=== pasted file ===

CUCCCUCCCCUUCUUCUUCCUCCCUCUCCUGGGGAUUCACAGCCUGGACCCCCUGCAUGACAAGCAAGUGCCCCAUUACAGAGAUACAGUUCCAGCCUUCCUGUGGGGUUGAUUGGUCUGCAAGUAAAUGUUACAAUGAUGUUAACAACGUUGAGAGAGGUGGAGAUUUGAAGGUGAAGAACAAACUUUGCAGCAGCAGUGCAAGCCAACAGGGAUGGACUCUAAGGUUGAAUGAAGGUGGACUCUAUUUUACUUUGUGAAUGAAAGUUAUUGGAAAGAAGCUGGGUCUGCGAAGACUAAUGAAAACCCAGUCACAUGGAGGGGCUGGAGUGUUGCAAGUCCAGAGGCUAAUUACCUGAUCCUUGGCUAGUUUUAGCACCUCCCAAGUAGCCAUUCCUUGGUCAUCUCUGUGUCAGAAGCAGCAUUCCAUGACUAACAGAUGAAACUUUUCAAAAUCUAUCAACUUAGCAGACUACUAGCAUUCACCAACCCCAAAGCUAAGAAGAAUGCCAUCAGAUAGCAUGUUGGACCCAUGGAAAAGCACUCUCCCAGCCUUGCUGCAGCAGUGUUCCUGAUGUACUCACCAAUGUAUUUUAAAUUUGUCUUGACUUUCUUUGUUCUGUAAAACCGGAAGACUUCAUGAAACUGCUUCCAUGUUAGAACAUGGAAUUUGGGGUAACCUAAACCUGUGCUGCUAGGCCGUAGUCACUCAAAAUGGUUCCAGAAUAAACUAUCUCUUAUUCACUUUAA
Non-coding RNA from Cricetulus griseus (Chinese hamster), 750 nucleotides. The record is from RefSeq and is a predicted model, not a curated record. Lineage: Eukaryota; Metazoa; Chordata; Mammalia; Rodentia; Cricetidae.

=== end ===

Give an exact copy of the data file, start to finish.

CUCCCUCCCCUUCUUCUUCCUCCCUCUCCUGGGGAUUCACAGCCUGGACCCCCUGCAUGACAAGCAAGUGCCCCAUUACAGAGAUACAGUUCCAGCCUUCCUGUGGGGUUGAUUGGUCUGCAAGUAAAUGUUACAAUGAUGUUAACAACGUUGAGAGAGGUGGAGAUUUGAAGGUGAAGAACAAACUUUGCAGCAGCAGUGCAAGCCAACAGGGAUGGACUCUAAGGUUGAAUGAAGGUGGACUCUAUUUUACUUUGUGAAUGAAAGUUAUUGGAAAGAAGCUGGGUCUGCGAAGACUAAUGAAAACCCAGUCACAUGGAGGGGCUGGAGUGUUGCAAGUCCAGAGGCUAAUUACCUGAUCCUUGGCUAGUUUUAGCACCUCCCAAGUAGCCAUUCCUUGGUCAUCUCUGUGUCAGAAGCAGCAUUCCAUGACUAACAGAUGAAACUUUUCAAAAUCUAUCAACUUAGCAGACUACUAGCAUUCACCAACCCCAAAGCUAAGAAGAAUGCCAUCAGAUAGCAUGUUGGACCCAUGGAAAAGCACUCUCCCAGCCUUGCUGCAGCAGUGUUCCUGAUGUACUCACCAAUGUAUUUUAAAUUUGUCUUGACUUUCUUUGUUCUGUAAAACCGGAAGACUUCAUGAAACUGCUUCCAUGUUAGAACAUGGAAUUUGGGGUAACCUAAACCUGUGCUGCUAGGCCGUAGUCACUCAAAAUGGUUCCAGAAUAAACUAUCUCUUAUUCACUUUAA
Non-coding RNA from Cricetulus griseus (Chinese hamster), 750 nucleotides. The record is from RefSeq and is a predicted model, not a curated record. Lineage: Eukaryota; Metazoa; Chordata; Mammalia; Rodentia; Cricetidae.